Based on the 100-year heritage and educational excellence of Beech Hall School in the UK, this recent opening is groundbreaking for Saudi Arabia. Of the 44 international schools in Riyadh, it is the only non-selective, all-inclusive, co-ed choice for parents – so a real revelation. The first launch by Chatsworth Schools’ new international division, Blenheim Schools, it had its inaugural intake of pupils in August 2022. A senior section was added in September 2023, catering for boys and girls up to Grade 9.
Designed in collaboration with UK agency Space Zero, specialists in rethinking traditional learning environments, the school is housed in a contemporary purpose-built building in Riyadh that eschews clinical classrooms and avoids sensory overload – spaces are light and airy, with blond wood tables and a warm, calming colour palette. Crucially they are flexible too, so they can be adapted to the curriculum and children’s interests. There are soon-to-be-completed specialist classrooms for design technology and science, computing labs for coding, a theatre, a pool and sports playing courts. The playground is fully equipped with a sandpit, climbing frames, toys and tricycles.
Executive Principal Clemmie Stewart took up her role in September 2023, tasked with overseeing the strategic development of the whole school, as well as heading up the Primary and Senior Girls’ sections. Previously Director of Learning and Teaching at Chatsworth Schools, she’s been involved with Beech Hall Riyadh right from the start, helping to set up and establish the school.
The school is mixed up to Grade 6, and then it's single sex from Grade 6 upwards, as per the Saudi rule. The idea is to grow from primary upwards, with a total capacity of 1,300. As a non-selective school, there is no entrance exam or assessment, and Beech Hall School Riyadh will accept children needing any degree of learning support (to a maximum of 25 per cent of pupils with additional learning needs enrolled at any one time).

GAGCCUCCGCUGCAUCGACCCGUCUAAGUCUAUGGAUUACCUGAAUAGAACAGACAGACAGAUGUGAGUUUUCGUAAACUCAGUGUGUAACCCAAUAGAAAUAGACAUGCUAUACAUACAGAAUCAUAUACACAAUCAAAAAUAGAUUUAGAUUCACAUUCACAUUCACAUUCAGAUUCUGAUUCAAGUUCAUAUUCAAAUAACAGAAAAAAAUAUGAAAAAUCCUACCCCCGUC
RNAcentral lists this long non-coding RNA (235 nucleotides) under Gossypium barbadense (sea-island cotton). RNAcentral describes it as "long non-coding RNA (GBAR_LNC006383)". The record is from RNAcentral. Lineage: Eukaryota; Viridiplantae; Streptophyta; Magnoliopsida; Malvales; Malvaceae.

When pupils reach secondary school, they will have the choice of following the IB programme or the American High School Curriculum for an American High School Diploma. As with the rest of the school (and others under the Chatsworth Schools umbrella), the international curriculum is overlaid with the bespoke Beech Hall School Riyadh Tapestry – essentially six strands that the school believes are crucial to turning out globally minded citizens and ensuring a skills-based learning experience. These include mindset, wellbeing, entrepreneurship, sustainability and digital literacy. The majority of teaching will be in English. There is a no-homework policy in all years (we can practically hear pupils cheering from here), which the school believes makes for a better school-family balance.
Beech Hall Riyadh’s highly experienced Head of Inclusion Faiza Mubeen and her team ensure that all children at the school with mild to moderate SEND needs receive additional support as part of their education here. Speech and language specialists are on site as well as a school counsellor, so there is lots of support – classroom help, individual support, peer support, study-skills help and independent-learning guidance – and EAL for those who need it. There are dedicated areas in the school for occupational therapy, emotional and behavioural support, physical therapy and sensory support. There is also an enrichment programme so high-achieving pupils can be stretched to reach their full potential.
With a 500-seat auditorium and music rooms, facilities are in place for a strong performing and creative arts programme. Sports classes offer pupils the chance to take part in gymnastics, dance, fitness and mindful yoga; swimming lessons are held in the on-site pool.
Children discuss with staff what clubs they'd like to be run during and after school, and a full programme is offered throughout the year.
All teachers are keen to develop the ethos of the school, believing that with the backing of the Crown Prince, the approach to education in the country is changing. Parents are an international crowd with a broad mindset, many drawn back to Saudi Arabia from abroad due to the current investment drive. Health and wellbeing have been a priority from the outset and take a steer from Happy Space, a mental health and wellbeing charity, on how to ensure that pupils develop their minds and resilience.
This school might still be finding its feet but it stands out from the educational crowd for its unique non-selective, inclusive approach.